IN 1995 while attending Texas A&M, I personally wrote the then “Acting Commissioner of Baseball” and I did receive a reply from Mr. Selig. My proposal was a detailed realignment that featured interleague games starting with the 1998 season. My alignment was simple, Kansas City would move to the American League’s Western division joining Texas, Oakland, Seattle, and the then California, now Anaheim/Los Angeles Angels. Detroit which at the time was in the AL East would move to the Central and Tampa Bay would go into the East. Baseball instead opted to leave Kansas City in the AL Central and shove Milwaukee over to the NL Central, an idea I thought was silly. Arizona of course went to the NL West as I proposed and no other changes took place in the senior circuit. The main difference from my proposal was what happened to the Royals and Brewers. To me, sure Milwaukee was an NL city for 13 years with the Braves, but for 28 years with the Brewers, they were an AL city and the AL was where the Brewers belonged.
Now all these years later, baseball finally figures out that 15-15 is not so bad, yet the thought of simply moving the Brewers back to the AL and sliding KC to the Western Division was not even thought of, at least that is the view that I hold. Nor was any consideration given of moving Colorado or Arizona to the AL, teams which did not have the long history of being in the NL like say, the Houston Astros. No, instead baseball’s reaction is to move Houston, which had been an NL team for nearly half a century over to the AL, focusing on the now in-state rivalry with the Texas Rangers.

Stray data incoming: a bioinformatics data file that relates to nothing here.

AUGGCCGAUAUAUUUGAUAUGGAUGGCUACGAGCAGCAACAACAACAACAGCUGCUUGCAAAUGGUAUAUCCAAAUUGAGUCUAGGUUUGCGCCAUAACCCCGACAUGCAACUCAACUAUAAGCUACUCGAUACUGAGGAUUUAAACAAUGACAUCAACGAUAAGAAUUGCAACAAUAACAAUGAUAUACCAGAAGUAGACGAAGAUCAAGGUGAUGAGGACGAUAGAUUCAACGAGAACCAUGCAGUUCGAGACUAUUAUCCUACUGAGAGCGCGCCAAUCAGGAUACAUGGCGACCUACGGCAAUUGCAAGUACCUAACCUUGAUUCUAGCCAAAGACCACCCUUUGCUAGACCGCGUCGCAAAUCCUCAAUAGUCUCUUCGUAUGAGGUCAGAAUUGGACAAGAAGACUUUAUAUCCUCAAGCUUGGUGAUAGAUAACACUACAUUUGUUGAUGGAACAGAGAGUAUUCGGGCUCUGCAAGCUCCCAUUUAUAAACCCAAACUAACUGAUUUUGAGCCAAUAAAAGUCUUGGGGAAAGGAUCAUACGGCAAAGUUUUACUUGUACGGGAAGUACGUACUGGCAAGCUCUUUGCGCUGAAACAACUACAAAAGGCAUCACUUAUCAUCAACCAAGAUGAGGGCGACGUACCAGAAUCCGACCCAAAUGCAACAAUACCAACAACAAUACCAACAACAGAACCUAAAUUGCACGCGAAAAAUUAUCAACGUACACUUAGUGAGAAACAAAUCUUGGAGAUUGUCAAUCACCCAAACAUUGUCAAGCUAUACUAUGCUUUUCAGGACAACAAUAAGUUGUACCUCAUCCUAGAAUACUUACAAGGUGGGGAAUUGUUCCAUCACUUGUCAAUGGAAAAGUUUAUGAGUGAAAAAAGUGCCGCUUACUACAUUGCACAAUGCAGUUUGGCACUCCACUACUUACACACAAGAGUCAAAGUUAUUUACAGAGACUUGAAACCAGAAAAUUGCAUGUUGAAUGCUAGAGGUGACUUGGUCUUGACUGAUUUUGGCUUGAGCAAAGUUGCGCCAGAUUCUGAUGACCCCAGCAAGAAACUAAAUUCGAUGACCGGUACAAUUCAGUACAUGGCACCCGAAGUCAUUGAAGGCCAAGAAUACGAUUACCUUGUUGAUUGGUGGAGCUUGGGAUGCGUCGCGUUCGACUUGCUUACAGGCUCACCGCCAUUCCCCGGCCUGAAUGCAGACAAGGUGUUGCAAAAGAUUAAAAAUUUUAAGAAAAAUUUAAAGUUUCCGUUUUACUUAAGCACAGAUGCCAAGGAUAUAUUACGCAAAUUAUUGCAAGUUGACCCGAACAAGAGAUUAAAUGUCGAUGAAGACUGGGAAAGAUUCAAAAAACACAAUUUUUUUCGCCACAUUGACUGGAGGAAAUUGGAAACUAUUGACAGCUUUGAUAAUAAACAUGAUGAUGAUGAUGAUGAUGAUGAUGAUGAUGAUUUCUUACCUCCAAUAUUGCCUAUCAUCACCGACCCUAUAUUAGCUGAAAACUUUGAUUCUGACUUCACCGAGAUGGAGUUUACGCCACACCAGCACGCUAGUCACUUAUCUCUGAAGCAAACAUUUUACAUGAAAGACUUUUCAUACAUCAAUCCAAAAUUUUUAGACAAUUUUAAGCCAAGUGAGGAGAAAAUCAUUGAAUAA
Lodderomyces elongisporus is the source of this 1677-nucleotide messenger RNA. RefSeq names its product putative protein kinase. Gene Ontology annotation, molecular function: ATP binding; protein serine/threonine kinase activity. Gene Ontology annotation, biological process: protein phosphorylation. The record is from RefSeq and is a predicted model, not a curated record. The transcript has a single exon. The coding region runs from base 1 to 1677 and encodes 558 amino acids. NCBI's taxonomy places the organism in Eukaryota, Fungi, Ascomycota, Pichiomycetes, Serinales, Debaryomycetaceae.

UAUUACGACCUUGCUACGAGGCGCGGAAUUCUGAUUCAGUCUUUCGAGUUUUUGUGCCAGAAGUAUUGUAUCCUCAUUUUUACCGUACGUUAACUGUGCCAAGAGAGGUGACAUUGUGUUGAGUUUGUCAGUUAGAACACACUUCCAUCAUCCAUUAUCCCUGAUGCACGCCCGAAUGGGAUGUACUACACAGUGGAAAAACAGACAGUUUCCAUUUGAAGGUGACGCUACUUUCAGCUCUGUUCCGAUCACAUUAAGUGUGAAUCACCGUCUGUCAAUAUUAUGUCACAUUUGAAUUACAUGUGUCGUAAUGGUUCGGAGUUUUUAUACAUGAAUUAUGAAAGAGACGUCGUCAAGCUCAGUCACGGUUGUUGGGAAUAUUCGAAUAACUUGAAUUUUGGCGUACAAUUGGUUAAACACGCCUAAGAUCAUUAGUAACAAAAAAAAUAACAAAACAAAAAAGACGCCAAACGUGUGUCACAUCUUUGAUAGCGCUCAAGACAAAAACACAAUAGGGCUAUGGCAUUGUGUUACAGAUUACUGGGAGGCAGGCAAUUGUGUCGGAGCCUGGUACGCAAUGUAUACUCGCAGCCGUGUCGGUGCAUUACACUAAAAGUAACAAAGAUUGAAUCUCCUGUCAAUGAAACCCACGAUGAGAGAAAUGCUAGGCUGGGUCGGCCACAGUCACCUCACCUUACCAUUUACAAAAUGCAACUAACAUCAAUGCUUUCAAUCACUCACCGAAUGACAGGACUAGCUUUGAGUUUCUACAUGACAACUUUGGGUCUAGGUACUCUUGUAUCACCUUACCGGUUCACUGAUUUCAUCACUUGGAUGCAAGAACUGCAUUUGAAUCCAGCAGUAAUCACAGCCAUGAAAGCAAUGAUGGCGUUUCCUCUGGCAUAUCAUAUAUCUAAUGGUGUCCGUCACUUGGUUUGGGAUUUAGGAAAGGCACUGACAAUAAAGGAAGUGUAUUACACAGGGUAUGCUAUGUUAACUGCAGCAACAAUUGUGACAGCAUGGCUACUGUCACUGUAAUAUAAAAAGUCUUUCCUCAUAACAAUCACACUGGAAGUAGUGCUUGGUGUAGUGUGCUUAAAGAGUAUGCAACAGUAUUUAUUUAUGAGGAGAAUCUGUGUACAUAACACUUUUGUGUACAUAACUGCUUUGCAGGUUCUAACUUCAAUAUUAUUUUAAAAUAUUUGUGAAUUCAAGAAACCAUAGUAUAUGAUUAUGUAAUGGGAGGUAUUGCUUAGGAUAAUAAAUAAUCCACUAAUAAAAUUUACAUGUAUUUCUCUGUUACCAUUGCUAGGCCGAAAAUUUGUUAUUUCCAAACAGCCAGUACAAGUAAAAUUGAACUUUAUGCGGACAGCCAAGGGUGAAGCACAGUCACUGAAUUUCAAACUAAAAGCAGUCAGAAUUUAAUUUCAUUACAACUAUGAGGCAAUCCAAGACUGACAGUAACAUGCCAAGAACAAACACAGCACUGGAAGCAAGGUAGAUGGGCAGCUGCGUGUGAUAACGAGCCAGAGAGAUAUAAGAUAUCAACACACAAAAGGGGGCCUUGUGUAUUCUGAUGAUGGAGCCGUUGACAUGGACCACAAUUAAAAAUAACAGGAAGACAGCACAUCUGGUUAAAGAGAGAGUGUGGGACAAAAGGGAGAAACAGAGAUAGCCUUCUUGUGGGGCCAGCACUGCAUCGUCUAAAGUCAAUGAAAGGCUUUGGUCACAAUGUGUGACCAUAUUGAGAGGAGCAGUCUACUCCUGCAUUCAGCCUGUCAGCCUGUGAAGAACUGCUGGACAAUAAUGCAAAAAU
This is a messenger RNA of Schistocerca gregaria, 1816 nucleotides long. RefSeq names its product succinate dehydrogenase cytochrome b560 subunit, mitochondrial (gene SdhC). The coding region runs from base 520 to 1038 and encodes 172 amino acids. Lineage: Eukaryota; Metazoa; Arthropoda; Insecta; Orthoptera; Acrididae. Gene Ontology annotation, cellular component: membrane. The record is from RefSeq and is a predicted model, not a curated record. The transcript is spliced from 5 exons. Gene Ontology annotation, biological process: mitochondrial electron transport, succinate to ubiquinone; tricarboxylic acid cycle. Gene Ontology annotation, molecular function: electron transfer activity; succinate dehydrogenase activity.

I have three points to make as it relates to this argument for moving the Astros to the American League, again seeing how baseball officials want to underscore it seems the ability of fans to see through their collective smoke screen. For starters, this rivals argument is again a leaking civ. The Phillies and Pirates have always been NL rivals and in the same state, the only situation that was like this until Houston joins Texas in the AL next season. How important was the Philadelphia and Pittsburgh rivalry? It was so important that the Pirates were put in a different division from the Phillies with the move from two to three divisions in 1994. Following the advent of the new schedule that was more focused on divisional games starting in 2001, the NL Pirates and NL Phillies sometimes played each other no more frequently than the Yankees and Mets, or Cubs and White Sox, or Angels and Dodgers in interleague games during the same season. So the evidence clearly shows that the supporting arguments for the mythical intrastate rivalry, fails the smell test badly and if this were a legal case, lawyers making such arguments would have been run out of court faster than a mouse that was chased out by a hungry Siamese cat for producing such easily refuted statements.